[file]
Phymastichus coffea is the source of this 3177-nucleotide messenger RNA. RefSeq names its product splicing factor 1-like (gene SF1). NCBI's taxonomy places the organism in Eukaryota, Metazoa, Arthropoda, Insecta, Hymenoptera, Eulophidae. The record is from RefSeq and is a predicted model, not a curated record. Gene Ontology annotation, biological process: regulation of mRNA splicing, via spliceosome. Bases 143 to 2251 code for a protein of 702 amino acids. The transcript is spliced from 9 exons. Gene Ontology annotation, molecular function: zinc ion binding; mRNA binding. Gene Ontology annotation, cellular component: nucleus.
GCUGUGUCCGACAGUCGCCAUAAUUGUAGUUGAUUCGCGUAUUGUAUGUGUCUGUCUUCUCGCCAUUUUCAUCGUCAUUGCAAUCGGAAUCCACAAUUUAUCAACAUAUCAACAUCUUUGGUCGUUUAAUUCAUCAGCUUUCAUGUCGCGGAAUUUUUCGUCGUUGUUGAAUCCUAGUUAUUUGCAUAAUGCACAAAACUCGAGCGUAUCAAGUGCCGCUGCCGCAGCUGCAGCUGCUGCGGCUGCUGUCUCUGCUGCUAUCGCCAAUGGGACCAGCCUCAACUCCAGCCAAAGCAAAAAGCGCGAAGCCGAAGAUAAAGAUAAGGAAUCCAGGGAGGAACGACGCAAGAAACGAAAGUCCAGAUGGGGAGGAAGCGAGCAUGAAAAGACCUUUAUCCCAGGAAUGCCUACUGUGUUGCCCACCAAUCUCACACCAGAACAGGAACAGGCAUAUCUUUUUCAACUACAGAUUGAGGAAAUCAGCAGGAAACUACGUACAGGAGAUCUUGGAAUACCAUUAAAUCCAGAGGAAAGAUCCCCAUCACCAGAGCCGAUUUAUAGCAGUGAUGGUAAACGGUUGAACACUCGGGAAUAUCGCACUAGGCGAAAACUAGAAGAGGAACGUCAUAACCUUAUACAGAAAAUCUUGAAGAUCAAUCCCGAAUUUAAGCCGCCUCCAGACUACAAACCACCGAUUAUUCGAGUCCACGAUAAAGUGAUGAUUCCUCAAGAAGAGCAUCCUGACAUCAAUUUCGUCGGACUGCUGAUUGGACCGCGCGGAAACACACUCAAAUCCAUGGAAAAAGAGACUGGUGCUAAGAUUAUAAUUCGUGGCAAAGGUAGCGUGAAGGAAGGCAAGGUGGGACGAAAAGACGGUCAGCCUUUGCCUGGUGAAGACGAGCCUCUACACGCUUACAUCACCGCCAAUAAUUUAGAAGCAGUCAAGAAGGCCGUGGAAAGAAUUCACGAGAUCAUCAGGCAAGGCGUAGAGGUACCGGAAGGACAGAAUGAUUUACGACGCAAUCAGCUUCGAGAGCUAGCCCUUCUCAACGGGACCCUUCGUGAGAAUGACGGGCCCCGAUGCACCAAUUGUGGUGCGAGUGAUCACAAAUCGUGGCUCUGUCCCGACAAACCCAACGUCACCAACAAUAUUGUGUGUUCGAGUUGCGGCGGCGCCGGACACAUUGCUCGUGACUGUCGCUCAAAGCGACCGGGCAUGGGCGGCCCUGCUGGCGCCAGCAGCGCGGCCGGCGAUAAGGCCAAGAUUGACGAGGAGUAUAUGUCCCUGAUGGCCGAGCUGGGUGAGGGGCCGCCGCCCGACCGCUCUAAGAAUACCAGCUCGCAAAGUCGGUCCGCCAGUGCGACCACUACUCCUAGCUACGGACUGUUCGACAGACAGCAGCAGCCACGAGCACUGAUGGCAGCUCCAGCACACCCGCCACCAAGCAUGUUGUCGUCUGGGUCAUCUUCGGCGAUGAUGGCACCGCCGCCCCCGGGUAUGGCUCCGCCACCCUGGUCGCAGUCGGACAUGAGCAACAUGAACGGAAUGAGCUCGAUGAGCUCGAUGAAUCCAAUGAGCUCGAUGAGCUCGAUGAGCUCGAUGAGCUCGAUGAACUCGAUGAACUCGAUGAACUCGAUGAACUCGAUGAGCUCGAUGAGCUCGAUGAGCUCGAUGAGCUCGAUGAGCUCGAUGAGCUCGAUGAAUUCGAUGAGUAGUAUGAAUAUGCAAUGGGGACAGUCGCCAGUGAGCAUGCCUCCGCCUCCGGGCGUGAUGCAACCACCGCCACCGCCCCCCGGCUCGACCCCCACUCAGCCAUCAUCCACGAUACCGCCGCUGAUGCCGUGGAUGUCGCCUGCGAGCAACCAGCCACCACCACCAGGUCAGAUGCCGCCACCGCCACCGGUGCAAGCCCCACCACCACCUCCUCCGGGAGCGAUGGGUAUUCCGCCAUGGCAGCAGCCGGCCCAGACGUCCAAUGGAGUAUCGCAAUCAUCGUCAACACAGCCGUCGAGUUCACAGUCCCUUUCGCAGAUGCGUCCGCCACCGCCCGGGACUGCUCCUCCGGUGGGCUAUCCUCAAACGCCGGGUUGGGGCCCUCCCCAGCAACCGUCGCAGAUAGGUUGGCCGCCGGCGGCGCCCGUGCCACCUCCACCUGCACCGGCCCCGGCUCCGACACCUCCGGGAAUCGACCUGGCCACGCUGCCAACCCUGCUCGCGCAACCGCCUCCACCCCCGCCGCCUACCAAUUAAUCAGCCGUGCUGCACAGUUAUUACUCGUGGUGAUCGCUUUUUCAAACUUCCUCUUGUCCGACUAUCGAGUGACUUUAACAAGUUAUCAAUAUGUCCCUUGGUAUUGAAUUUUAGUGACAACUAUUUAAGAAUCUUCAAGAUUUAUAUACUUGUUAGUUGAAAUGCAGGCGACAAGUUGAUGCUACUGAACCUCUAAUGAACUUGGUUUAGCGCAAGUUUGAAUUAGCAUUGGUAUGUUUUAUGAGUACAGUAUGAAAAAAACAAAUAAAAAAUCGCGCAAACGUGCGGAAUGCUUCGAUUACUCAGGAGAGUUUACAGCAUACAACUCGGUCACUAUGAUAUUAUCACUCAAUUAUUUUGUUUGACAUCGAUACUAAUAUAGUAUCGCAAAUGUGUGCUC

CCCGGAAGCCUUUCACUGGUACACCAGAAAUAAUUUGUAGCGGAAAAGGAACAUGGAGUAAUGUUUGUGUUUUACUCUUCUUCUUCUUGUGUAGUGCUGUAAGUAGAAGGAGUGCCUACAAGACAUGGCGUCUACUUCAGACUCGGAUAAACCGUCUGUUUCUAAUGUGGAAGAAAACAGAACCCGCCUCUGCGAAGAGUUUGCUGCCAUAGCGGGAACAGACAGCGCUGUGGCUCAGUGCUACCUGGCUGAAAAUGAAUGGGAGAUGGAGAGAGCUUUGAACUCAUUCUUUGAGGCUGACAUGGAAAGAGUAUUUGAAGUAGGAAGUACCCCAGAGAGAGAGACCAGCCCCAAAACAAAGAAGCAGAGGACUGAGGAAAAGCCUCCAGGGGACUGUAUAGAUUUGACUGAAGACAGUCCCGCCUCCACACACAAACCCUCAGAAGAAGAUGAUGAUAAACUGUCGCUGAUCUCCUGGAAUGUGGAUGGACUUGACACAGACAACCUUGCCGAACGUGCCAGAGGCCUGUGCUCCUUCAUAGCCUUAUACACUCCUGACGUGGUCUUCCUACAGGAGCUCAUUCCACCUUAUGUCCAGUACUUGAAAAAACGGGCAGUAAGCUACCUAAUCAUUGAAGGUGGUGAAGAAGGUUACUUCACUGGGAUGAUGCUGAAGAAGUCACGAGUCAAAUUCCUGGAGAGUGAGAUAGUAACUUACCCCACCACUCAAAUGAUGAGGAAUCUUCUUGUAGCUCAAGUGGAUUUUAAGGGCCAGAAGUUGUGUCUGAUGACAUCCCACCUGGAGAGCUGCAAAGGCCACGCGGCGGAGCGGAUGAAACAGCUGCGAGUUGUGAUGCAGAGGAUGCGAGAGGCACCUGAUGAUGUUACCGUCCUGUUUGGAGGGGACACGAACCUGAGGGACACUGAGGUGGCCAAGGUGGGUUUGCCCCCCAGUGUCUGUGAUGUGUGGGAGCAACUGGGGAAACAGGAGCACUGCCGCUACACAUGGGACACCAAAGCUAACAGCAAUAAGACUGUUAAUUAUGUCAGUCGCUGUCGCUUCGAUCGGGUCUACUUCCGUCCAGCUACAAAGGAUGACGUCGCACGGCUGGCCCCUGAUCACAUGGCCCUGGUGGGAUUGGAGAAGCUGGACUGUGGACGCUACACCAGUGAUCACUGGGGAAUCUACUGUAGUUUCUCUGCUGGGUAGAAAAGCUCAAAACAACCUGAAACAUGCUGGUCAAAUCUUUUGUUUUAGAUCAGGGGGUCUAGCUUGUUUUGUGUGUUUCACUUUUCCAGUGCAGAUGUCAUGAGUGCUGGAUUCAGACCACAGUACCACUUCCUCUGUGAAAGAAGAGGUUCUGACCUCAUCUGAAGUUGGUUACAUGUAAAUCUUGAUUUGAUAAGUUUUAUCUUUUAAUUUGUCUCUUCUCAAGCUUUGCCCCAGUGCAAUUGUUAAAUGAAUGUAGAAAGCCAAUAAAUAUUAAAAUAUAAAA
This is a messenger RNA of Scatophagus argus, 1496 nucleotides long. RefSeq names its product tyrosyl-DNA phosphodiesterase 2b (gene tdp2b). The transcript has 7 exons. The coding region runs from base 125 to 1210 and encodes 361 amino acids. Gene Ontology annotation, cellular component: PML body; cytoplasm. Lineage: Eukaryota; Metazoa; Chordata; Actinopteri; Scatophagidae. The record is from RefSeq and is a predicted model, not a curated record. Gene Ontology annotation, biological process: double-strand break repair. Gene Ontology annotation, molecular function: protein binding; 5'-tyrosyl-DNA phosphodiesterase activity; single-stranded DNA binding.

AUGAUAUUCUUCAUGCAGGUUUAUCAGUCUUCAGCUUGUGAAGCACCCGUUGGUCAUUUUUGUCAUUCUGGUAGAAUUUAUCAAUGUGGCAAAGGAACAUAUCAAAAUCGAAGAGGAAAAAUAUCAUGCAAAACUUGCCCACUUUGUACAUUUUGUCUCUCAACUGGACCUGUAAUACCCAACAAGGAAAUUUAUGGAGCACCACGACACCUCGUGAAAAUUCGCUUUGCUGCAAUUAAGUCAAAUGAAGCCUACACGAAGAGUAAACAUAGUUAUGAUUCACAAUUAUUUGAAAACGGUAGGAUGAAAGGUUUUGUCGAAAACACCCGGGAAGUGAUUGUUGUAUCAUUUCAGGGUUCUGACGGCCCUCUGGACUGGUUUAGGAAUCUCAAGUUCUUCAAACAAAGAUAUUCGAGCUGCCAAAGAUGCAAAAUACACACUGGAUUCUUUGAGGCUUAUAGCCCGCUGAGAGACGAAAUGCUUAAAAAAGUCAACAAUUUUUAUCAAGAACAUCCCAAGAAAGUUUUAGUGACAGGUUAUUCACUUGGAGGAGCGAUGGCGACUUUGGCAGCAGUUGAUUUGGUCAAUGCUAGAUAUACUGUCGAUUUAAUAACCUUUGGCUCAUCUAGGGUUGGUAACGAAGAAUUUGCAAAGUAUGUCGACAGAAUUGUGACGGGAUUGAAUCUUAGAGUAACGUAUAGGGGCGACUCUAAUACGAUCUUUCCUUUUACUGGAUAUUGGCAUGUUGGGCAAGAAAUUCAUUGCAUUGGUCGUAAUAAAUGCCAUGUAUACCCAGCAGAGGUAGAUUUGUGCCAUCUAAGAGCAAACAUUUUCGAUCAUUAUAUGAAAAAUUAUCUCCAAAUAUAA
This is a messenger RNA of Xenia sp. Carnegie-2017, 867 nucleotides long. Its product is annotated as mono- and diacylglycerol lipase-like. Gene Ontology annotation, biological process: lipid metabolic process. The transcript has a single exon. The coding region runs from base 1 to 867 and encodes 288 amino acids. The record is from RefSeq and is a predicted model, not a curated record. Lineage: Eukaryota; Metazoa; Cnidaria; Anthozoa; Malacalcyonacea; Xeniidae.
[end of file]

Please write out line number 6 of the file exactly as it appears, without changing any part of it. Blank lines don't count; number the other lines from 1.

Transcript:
This is a messenger RNA of Xenia sp. Carnegie-2017, 867 nucleotides long. Its product is annotated as mono- and diacylglycerol lipase-like. Gene Ontology annotation, biological process: lipid metabolic process. The transcript has a single exon. The coding region runs from base 1 to 867 and encodes 288 amino acids. The record is from RefSeq and is a predicted model, not a curated record. Lineage: Eukaryota; Metazoa; Cnidaria; Anthozoa; Malacalcyonacea; Xeniidae.